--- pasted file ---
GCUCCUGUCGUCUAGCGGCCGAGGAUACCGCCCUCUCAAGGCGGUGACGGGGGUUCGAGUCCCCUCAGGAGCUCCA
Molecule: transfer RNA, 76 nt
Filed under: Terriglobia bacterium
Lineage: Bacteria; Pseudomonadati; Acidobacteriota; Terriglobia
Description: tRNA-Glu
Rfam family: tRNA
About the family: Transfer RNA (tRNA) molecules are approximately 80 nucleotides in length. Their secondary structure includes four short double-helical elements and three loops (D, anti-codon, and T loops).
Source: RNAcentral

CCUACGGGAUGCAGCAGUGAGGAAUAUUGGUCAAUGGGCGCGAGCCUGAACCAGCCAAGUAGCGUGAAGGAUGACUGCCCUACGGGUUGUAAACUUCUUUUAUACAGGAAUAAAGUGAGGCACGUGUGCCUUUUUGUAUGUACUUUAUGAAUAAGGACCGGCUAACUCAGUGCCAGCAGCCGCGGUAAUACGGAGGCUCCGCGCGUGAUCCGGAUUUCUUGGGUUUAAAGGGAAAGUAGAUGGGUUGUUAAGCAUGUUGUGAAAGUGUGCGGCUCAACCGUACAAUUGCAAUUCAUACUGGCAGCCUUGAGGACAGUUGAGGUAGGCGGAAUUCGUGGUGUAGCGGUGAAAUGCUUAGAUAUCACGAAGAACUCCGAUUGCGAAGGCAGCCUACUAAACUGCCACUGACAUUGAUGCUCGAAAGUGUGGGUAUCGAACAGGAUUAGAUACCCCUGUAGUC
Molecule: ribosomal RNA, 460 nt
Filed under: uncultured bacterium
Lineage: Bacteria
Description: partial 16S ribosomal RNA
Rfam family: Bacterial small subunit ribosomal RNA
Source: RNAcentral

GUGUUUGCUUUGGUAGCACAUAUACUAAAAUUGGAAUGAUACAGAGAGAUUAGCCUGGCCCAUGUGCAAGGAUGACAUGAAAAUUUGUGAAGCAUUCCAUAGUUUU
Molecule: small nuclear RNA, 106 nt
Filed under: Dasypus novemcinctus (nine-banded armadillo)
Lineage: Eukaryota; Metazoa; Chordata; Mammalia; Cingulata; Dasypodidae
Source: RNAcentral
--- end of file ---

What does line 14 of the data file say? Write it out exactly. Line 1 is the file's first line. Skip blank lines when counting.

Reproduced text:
Rfam family: Bacterial small subunit ribosomal RNA